Maggie Smith, The Prime of Miss Jean Brodie

Thursday, January 26, 2006

Thursday, October 13, 2005

Stephen Farber

".... We've seen a lot of movies about saintly schoolteachers..., but Jean Brodie is not the noble, self-sacrificing heroine we expect; there's something frightening about the influence she wants--and gets--over her girls' lives. She goes so far as to scheme to involve one of her girls with her own former lover (a sort of intercourse by proxy), and sends another girl off to fight for Franco in Spain, where she is killed. A Svengali of the boarding-school, Miss Brodie is a strange mixture of idealistic aesthete and fascist, sexual libertarian and fierce authoritarian--a character we may know from life, but whose intriguing paradoxes have rarely before been dramatized in films. Though Miss Brodie is a monster, she is appealing too, for her desires are only more extreme forms of desires we all have. She refuses marriage because she will not accept a subservient role in her society; she insists on creating a meaningful life that is hers alone. Her dedication to teaching is ultimately selfish--she wants dominion, power to control other destinies, the satisfaction of molding human lives in her own image. A classic kind of pride, of course, and unfortunately the film sees fit to punish Miss Brodie for her sin. The conclusion, in which her whole world collapses around her, seems overly moralistic; but more damagingly, it seems false to the characterization--no one as astute and calculating as Miss Brodie has appeared through most of the film could be so completely blind to the betrayal that her star prodigy is planning....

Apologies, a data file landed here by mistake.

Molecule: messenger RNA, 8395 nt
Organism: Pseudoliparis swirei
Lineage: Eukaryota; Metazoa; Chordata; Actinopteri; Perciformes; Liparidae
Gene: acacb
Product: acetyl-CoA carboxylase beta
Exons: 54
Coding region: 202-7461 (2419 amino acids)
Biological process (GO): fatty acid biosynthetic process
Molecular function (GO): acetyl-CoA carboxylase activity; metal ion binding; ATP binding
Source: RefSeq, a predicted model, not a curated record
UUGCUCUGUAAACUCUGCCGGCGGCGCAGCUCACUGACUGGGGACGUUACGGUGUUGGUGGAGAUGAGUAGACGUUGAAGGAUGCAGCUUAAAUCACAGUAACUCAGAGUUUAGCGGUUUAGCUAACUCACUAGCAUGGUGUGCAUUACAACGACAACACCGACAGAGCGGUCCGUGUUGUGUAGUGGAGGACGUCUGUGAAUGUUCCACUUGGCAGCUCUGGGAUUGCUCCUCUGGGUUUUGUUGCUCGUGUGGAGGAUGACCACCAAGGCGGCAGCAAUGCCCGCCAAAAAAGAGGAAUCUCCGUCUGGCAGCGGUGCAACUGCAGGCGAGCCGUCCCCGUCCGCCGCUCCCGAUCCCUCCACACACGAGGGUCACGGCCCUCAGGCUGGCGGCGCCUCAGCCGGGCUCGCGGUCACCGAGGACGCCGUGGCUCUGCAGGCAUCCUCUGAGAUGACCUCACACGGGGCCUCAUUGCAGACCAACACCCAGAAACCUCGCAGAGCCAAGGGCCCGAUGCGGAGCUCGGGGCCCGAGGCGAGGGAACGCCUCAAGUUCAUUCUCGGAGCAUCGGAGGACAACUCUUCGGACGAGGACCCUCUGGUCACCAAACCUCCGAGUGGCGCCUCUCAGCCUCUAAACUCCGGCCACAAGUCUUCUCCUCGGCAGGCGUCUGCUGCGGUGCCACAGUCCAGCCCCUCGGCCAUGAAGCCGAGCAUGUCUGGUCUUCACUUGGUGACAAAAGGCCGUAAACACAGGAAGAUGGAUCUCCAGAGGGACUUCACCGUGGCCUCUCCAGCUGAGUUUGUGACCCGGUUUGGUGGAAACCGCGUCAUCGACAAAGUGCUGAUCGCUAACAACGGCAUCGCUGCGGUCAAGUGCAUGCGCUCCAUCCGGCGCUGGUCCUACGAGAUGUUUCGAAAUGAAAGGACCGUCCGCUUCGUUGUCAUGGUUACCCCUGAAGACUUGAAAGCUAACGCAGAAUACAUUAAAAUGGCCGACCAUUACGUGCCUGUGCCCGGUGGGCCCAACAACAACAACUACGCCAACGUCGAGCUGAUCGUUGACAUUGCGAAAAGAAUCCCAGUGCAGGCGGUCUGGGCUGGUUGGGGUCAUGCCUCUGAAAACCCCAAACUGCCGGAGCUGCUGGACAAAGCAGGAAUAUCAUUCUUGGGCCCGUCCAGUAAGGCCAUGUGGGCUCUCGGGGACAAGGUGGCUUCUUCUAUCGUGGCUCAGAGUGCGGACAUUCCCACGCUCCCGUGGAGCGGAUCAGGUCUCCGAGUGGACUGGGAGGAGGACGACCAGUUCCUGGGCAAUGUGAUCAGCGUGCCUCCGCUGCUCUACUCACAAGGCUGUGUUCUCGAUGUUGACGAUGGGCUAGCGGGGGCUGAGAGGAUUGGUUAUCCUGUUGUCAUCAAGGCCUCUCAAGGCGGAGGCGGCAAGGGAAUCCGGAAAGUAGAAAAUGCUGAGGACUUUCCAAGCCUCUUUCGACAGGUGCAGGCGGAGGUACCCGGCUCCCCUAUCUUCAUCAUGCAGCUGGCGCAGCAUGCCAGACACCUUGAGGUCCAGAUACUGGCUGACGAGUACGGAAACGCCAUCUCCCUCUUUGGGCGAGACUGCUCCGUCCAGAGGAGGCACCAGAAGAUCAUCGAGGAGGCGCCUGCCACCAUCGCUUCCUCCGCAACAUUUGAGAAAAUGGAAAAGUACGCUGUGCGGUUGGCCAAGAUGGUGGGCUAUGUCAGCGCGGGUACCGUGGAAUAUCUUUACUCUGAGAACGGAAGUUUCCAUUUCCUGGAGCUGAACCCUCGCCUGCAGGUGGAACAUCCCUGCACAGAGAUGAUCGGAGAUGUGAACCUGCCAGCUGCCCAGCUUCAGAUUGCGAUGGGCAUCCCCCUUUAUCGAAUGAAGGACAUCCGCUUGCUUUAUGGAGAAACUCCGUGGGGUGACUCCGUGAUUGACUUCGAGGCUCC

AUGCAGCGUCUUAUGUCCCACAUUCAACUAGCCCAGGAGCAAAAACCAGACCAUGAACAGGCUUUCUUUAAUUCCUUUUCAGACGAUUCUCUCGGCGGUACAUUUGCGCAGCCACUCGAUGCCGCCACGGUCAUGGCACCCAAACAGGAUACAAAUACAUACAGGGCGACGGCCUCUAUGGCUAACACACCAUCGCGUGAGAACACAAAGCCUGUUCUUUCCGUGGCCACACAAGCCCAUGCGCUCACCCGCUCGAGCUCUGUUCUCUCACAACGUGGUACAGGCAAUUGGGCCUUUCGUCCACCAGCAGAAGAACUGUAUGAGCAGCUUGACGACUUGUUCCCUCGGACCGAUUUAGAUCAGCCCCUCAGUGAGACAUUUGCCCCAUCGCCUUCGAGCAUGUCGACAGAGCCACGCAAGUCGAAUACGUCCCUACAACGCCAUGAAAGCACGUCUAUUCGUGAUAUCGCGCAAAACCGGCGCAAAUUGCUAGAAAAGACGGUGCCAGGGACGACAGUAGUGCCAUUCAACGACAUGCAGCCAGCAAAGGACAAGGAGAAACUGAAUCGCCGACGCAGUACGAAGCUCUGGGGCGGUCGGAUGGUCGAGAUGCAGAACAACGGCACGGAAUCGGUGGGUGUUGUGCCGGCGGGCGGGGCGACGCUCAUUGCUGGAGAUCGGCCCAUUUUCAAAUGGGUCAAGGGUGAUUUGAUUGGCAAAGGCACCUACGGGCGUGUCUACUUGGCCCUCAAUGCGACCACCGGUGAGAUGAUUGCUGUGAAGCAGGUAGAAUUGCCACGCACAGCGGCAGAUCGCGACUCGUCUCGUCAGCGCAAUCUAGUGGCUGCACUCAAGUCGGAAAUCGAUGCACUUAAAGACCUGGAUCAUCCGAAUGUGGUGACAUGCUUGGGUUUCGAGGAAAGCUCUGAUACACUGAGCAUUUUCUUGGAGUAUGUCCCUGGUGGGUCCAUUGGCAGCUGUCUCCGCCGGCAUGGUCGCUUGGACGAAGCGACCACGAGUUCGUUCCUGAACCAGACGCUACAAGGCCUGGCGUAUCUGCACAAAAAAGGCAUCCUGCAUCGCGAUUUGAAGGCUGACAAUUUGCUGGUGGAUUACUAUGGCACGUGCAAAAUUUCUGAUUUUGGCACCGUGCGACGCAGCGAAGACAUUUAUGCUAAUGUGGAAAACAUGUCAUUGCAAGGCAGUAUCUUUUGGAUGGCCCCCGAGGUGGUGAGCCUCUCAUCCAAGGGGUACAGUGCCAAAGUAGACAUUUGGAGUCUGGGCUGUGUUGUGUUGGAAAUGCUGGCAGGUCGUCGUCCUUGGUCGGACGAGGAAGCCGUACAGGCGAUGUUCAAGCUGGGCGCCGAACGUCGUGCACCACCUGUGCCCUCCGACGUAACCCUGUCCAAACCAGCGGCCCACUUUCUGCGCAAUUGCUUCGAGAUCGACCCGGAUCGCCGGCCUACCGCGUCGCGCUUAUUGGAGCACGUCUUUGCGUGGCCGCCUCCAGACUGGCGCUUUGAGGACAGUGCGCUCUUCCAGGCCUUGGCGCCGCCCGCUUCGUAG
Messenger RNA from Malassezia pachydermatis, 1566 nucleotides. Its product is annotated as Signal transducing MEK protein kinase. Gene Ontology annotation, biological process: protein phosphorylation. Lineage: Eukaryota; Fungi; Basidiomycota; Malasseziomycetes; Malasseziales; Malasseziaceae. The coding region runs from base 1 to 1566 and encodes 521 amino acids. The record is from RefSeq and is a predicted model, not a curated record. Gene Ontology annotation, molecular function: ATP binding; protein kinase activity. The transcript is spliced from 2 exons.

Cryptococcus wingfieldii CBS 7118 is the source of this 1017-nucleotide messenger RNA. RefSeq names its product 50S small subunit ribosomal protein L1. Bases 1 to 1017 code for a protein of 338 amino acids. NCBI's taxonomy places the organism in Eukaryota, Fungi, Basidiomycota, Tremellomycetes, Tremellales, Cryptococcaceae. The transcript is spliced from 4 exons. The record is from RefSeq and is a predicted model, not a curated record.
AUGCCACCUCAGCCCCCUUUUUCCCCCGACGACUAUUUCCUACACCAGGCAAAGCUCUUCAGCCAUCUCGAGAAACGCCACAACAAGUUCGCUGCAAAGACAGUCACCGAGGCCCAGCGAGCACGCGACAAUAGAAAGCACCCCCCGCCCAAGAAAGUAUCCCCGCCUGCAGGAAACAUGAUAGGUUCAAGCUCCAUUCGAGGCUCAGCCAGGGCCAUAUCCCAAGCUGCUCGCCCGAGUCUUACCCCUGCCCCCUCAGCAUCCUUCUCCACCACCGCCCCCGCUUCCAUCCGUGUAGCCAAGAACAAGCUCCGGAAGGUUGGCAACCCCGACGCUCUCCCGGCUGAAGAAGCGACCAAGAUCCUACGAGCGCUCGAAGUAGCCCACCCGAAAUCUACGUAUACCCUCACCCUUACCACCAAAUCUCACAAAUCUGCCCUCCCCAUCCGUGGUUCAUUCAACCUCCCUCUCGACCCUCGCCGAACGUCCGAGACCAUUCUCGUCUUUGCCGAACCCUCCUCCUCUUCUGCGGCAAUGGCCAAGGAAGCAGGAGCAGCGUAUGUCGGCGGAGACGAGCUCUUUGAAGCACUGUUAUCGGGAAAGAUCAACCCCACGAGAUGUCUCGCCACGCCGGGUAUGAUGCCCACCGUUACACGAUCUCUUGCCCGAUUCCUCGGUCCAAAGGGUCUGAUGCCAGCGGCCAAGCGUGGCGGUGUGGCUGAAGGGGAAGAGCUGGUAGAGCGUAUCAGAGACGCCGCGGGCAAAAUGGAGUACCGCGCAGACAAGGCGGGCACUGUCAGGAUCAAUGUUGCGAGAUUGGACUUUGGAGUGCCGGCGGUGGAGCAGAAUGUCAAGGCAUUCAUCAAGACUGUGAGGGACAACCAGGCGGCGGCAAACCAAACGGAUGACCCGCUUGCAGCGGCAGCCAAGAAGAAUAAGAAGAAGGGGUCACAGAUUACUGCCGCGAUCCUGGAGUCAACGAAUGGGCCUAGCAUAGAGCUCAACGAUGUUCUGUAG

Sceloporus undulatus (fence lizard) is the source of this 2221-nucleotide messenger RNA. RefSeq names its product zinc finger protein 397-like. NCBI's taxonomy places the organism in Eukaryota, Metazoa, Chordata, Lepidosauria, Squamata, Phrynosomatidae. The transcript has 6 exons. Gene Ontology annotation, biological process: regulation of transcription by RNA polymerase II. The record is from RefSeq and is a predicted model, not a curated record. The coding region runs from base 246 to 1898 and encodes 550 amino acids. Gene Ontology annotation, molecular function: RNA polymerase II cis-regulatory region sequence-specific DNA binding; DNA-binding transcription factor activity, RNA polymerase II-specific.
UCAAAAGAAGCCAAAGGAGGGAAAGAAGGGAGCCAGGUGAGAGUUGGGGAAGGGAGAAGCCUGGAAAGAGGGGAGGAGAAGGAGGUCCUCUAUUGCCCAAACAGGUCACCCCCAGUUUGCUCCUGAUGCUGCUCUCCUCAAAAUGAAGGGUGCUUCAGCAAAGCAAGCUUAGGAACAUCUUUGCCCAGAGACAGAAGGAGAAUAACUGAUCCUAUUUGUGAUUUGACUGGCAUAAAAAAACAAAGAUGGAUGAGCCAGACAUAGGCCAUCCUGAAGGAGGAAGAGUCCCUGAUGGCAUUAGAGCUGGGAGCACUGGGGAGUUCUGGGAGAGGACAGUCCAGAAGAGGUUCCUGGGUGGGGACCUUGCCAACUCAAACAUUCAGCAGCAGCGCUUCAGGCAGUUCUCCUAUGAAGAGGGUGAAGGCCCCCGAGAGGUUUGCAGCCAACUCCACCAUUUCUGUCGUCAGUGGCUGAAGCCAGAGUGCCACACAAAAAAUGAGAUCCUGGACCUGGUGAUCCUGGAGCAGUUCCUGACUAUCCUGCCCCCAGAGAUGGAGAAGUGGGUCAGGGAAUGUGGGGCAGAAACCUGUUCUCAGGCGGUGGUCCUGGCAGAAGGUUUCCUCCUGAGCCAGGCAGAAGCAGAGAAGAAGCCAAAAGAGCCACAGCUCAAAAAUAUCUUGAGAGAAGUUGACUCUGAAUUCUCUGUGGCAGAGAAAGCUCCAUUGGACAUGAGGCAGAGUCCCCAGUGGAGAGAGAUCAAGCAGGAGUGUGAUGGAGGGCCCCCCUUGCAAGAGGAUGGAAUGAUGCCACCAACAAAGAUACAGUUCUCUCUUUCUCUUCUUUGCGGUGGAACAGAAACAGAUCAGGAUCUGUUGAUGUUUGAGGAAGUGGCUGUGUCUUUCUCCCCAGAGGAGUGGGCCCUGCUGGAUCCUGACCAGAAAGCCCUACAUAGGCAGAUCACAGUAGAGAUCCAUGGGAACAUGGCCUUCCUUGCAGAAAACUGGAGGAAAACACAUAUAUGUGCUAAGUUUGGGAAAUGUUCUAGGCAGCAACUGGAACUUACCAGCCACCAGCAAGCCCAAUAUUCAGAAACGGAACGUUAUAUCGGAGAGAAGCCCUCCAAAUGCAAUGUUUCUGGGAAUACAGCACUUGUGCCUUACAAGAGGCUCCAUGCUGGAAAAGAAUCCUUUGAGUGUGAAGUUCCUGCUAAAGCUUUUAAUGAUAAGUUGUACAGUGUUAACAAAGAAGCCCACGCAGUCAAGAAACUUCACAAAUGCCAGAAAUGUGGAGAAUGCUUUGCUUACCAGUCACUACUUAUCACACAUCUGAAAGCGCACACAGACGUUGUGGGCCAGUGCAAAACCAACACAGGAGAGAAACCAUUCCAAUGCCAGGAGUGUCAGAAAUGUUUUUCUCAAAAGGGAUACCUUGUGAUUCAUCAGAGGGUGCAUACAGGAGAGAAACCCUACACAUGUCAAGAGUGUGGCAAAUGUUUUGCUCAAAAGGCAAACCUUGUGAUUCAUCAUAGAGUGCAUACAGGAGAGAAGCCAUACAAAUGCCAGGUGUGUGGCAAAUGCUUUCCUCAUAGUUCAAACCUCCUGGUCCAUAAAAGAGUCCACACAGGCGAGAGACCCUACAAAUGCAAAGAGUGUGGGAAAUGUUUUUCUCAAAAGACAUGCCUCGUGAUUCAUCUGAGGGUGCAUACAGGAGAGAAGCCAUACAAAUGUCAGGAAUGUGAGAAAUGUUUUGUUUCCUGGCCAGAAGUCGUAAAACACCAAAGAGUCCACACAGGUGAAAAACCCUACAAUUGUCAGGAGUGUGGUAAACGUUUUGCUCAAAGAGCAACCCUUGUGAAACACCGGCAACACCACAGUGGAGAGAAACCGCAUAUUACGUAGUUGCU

".... But the film's major interest is Maggie Smith's performance. I think she may overdo Miss Brodie's stiffness in a few scenes, still the range of her performance is extraordinary--the self-controlled, deliberate flamboyance of the teaching scenes, a spontaneous, fiery outburst in the prissy headmistress's office (the most entertaining confrontation scene I can remember seeing), the unabashed romanticism of the scenes in which she thinks about her own frustration while discussing poetry. Few actresses could sustain such different moods in a film, but what is even more remarkable is that nothing in the part is the least bit like Maggie Smith's other film performances--Desdemona in Olivier's Othello, the shy innocents in Young Cassidy and The Honey Pot, the wacky cockney girl in Hot Millions. This is her first starring role, a juicy tour de force, and she is commanding. Along with Vanessa Redgrave, she is probably the finest young actress in English speaking cinema."

Stephen Farber
Film Quarterly, Spring 1969, p. 63

Friday, February 18, 2005

(originally posted 2/18/06)